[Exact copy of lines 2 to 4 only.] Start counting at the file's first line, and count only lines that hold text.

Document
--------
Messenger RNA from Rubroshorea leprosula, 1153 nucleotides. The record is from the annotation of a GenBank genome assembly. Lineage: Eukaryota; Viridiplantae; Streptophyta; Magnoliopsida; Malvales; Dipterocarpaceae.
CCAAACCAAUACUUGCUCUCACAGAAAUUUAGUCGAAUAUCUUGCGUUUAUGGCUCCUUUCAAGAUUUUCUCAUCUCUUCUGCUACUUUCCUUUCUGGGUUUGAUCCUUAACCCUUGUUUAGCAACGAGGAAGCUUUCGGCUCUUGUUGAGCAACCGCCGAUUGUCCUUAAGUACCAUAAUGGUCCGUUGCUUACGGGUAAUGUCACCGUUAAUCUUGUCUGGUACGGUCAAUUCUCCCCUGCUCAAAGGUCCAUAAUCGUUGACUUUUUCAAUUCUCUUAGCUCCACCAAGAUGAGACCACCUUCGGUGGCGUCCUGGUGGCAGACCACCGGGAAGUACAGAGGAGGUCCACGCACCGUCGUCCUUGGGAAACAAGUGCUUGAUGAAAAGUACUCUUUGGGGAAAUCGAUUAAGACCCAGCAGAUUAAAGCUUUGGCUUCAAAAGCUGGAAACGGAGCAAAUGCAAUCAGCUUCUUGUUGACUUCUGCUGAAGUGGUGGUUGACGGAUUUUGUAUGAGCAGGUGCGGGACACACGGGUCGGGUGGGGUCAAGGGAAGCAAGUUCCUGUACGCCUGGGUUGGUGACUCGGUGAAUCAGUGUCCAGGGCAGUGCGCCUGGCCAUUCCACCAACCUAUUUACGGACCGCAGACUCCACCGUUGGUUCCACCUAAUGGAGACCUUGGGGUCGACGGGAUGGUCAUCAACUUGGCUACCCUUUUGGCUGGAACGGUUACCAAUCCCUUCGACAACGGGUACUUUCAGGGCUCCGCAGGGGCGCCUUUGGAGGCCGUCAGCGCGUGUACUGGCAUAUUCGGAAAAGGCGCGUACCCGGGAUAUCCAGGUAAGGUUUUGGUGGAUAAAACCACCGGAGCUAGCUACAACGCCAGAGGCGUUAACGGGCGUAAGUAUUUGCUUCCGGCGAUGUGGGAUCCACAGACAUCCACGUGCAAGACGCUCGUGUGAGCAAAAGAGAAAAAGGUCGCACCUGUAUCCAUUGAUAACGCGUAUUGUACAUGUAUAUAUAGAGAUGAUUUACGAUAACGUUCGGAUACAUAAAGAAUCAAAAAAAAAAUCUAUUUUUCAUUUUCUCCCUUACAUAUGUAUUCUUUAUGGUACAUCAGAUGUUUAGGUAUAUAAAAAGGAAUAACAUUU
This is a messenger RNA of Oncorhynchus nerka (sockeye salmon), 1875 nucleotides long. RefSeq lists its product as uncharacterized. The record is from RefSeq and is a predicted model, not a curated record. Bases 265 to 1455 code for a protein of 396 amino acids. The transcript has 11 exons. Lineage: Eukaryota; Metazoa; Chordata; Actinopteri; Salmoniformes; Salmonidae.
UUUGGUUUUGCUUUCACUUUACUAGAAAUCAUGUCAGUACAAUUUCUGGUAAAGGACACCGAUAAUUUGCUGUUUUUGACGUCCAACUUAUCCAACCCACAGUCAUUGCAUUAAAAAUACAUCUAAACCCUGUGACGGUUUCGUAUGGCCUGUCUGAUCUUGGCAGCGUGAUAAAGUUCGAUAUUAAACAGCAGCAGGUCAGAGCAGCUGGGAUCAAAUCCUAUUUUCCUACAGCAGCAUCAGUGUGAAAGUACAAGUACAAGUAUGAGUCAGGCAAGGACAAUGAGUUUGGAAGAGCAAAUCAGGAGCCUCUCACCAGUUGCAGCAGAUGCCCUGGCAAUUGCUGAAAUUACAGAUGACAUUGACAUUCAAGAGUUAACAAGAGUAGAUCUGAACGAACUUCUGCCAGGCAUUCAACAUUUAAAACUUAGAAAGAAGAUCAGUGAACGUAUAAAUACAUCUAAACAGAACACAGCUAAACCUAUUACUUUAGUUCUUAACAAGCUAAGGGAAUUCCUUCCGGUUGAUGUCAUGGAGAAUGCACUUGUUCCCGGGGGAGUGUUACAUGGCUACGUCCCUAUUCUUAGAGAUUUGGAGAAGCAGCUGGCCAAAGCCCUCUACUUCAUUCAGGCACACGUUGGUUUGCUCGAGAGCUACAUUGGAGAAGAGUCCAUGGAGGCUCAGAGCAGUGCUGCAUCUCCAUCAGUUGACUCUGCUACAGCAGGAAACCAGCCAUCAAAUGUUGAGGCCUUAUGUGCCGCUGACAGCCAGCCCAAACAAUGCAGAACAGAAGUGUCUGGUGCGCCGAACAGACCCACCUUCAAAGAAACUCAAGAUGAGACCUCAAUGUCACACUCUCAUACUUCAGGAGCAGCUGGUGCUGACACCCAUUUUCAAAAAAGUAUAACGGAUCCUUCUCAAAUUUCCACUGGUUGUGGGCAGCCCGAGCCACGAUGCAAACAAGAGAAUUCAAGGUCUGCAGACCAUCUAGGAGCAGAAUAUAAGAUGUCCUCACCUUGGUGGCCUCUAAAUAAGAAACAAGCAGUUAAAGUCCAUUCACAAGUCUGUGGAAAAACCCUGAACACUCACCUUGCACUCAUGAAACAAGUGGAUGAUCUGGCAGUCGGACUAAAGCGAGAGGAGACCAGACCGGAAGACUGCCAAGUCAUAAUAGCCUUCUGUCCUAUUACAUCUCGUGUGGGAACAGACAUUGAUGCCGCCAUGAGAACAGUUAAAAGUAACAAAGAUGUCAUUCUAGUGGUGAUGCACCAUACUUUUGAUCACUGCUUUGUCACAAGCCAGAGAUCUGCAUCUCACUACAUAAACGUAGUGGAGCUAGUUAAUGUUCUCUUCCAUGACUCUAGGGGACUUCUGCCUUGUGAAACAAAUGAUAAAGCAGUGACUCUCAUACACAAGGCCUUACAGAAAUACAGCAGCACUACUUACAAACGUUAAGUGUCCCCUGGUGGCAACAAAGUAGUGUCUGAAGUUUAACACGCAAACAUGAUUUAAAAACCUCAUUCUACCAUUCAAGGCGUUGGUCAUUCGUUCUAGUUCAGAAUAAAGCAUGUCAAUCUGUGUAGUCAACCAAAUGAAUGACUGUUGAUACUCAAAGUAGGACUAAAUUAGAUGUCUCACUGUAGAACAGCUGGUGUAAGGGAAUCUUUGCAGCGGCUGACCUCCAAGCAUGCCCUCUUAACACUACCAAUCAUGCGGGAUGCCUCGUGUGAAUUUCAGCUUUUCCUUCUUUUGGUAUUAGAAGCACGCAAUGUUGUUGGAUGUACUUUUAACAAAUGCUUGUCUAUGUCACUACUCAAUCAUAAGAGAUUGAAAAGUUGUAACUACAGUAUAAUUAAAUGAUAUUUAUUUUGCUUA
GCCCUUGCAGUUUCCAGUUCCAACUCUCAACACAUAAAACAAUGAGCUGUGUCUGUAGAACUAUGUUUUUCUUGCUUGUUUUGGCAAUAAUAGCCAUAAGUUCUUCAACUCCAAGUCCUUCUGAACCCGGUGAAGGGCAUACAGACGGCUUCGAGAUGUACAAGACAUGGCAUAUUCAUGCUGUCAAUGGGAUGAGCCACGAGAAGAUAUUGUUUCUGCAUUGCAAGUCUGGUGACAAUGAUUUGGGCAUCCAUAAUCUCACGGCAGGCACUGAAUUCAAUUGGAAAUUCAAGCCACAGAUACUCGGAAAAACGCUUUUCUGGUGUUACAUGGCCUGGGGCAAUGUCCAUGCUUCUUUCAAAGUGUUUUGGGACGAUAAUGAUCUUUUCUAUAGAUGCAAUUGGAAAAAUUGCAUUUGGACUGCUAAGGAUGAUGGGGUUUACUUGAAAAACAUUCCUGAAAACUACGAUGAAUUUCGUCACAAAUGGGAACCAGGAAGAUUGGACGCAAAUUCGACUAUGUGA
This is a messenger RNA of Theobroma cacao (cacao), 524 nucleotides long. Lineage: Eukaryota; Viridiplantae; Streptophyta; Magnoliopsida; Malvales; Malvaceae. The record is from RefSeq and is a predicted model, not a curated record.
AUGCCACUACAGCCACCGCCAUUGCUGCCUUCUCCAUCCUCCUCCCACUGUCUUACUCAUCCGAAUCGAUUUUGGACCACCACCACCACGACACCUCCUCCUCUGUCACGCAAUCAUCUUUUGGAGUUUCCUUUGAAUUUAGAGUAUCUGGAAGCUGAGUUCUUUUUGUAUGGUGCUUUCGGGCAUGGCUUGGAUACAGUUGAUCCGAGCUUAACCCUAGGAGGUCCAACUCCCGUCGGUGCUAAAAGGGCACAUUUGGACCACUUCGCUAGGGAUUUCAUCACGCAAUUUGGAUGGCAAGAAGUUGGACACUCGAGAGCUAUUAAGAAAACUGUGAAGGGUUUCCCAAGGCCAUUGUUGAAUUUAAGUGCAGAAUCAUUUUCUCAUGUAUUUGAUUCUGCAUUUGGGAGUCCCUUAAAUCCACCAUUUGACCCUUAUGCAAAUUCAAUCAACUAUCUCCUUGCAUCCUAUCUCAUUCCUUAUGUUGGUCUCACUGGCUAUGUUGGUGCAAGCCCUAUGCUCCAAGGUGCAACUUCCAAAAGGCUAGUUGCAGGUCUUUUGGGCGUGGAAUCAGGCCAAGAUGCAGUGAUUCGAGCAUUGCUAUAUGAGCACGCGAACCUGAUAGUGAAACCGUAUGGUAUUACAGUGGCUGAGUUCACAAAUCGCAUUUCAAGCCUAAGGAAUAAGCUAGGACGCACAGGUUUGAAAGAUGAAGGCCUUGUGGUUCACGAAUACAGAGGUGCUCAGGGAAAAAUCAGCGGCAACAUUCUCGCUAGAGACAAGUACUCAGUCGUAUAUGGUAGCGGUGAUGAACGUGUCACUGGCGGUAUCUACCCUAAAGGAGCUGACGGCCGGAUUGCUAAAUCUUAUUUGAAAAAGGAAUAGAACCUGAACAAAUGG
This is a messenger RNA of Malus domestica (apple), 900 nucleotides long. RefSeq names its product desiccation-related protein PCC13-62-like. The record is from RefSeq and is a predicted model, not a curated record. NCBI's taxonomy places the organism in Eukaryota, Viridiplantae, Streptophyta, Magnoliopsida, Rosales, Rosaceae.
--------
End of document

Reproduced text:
CCAAACCAAUACUUGCUCUCACAGAAAUUUAGUCGAAUAUCUUGCGUUUAUGGCUCCUUUCAAGAUUUUCUCAUCUCUUCUGCUACUUUCCUUUCUGGGUUUGAUCCUUAACCCUUGUUUAGCAACGAGGAAGCUUUCGGCUCUUGUUGAGCAACCGCCGAUUGUCCUUAAGUACCAUAAUGGUCCGUUGCUUACGGGUAAUGUCACCGUUAAUCUUGUCUGGUACGGUCAAUUCUCCCCUGCUCAAAGGUCCAUAAUCGUUGACUUUUUCAAUUCUCUUAGCUCCACCAAGAUGAGACCACCUUCGGUGGCGUCCUGGUGGCAGACCACCGGGAAGUACAGAGGAGGUCCACGCACCGUCGUCCUUGGGAAACAAGUGCUUGAUGAAAAGUACUCUUUGGGGAAAUCGAUUAAGACCCAGCAGAUUAAAGCUUUGGCUUCAAAAGCUGGAAACGGAGCAAAUGCAAUCAGCUUCUUGUUGACUUCUGCUGAAGUGGUGGUUGACGGAUUUUGUAUGAGCAGGUGCGGGACACACGGGUCGGGUGGGGUCAAGGGAAGCAAGUUCCUGUACGCCUGGGUUGGUGACUCGGUGAAUCAGUGUCCAGGGCAGUGCGCCUGGCCAUUCCACCAACCUAUUUACGGACCGCAGACUCCACCGUUGGUUCCACCUAAUGGAGACCUUGGGGUCGACGGGAUGGUCAUCAACUUGGCUACCCUUUUGGCUGGAACGGUUACCAAUCCCUUCGACAACGGGUACUUUCAGGGCUCCGCAGGGGCGCCUUUGGAGGCCGUCAGCGCGUGUACUGGCAUAUUCGGAAAAGGCGCGUACCCGGGAUAUCCAGGUAAGGUUUUGGUGGAUAAAACCACCGGAGCUAGCUACAACGCCAGAGGCGUUAACGGGCGUAAGUAUUUGCUUCCGGCGAUGUGGGAUCCACAGACAUCCACGUGCAAGACGCUCGUGUGAGCAAAAGAGAAAAAGGUCGCACCUGUAUCCAUUGAUAACGCGUAUUGUACAUGUAUAUAUAGAGAUGAUUUACGAUAACGUUCGGAUACAUAAAGAAUCAAAAAAAAAAUCUAUUUUUCAUUUUCUCCCUUACAUAUGUAUUCUUUAUGGUACAUCAGAUGUUUAGGUAUAUAAAAAGGAAUAACAUUU
This is a messenger RNA of Oncorhynchus nerka (sockeye salmon), 1875 nucleotides long. RefSeq lists its product as uncharacterized. The record is from RefSeq and is a predicted model, not a curated record. Bases 265 to 1455 code for a protein of 396 amino acids. The transcript has 11 exons. Lineage: Eukaryota; Metazoa; Chordata; Actinopteri; Salmoniformes; Salmonidae.
UUUGGUUUUGCUUUCACUUUACUAGAAAUCAUGUCAGUACAAUUUCUGGUAAAGGACACCGAUAAUUUGCUGUUUUUGACGUCCAACUUAUCCAACCCACAGUCAUUGCAUUAAAAAUACAUCUAAACCCUGUGACGGUUUCGUAUGGCCUGUCUGAUCUUGGCAGCGUGAUAAAGUUCGAUAUUAAACAGCAGCAGGUCAGAGCAGCUGGGAUCAAAUCCUAUUUUCCUACAGCAGCAUCAGUGUGAAAGUACAAGUACAAGUAUGAGUCAGGCAAGGACAAUGAGUUUGGAAGAGCAAAUCAGGAGCCUCUCACCAGUUGCAGCAGAUGCCCUGGCAAUUGCUGAAAUUACAGAUGACAUUGACAUUCAAGAGUUAACAAGAGUAGAUCUGAACGAACUUCUGCCAGGCAUUCAACAUUUAAAACUUAGAAAGAAGAUCAGUGAACGUAUAAAUACAUCUAAACAGAACACAGCUAAACCUAUUACUUUAGUUCUUAACAAGCUAAGGGAAUUCCUUCCGGUUGAUGUCAUGGAGAAUGCACUUGUUCCCGGGGGAGUGUUACAUGGCUACGUCCCUAUUCUUAGAGAUUUGGAGAAGCAGCUGGCCAAAGCCCUCUACUUCAUUCAGGCACACGUUGGUUUGCUCGAGAGCUACAUUGGAGAAGAGUCCAUGGAGGCUCAGAGCAGUGCUGCAUCUCCAUCAGUUGACUCUGCUACAGCAGGAAACCAGCCAUCAAAUGUUGAGGCCUUAUGUGCCGCUGACAGCCAGCCCAAACAAUGCAGAACAGAAGUGUCUGGUGCGCCGAACAGACCCACCUUCAAAGAAACUCAAGAUGAGACCUCAAUGUCACACUCUCAUACUUCAGGAGCAGCUGGUGCUGACACCCAUUUUCAAAAAAGUAUAACGGAUCCUUCUCAAAUUUCCACUGGUUGUGGGCAGCCCGAGCCACGAUGCAAACAAGAGAAUUCAAGGUCUGCAGACCAUCUAGGAGCAGAAUAUAAGAUGUCCUCACCUUGGUGGCCUCUAAAUAAGAAACAAGCAGUUAAAGUCCAUUCACAAGUCUGUGGAAAAACCCUGAACACUCACCUUGCACUCAUGAAACAAGUGGAUGAUCUGGCAGUCGGACUAAAGCGAGAGGAGACCAGACCGGAAGACUGCCAAGUCAUAAUAGCCUUCUGUCCUAUUACAUCUCGUGUGGGAACAGACAUUGAUGCCGCCAUGAGAACAGUUAAAAGUAACAAAGAUGUCAUUCUAGUGGUGAUGCACCAUACUUUUGAUCACUGCUUUGUCACAAGCCAGAGAUCUGCAUCUCACUACAUAAACGUAGUGGAGCUAGUUAAUGUUCUCUUCCAUGACUCUAGGGGACUUCUGCCUUGUGAAACAAAUGAUAAAGCAGUGACUCUCAUACACAAGGCCUUACAGAAAUACAGCAGCACUACUUACAAACGUUAAGUGUCCCCUGGUGGCAACAAAGUAGUGUCUGAAGUUUAACACGCAAACAUGAUUUAAAAACCUCAUUCUACCAUUCAAGGCGUUGGUCAUUCGUUCUAGUUCAGAAUAAAGCAUGUCAAUCUGUGUAGUCAACCAAAUGAAUGACUGUUGAUACUCAAAGUAGGACUAAAUUAGAUGUCUCACUGUAGAACAGCUGGUGUAAGGGAAUCUUUGCAGCGGCUGACCUCCAAGCAUGCCCUCUUAACACUACCAAUCAUGCGGGAUGCCUCGUGUGAAUUUCAGCUUUUCCUUCUUUUGGUAUUAGAAGCACGCAAUGUUGUUGGAUGUACUUUUAACAAAUGCUUGUCUAUGUCACUACUCAAUCAUAAGAGAUUGAAAAGUUGUAACUACAGUAUAAUUAAAUGAUAUUUAUUUUGCUUA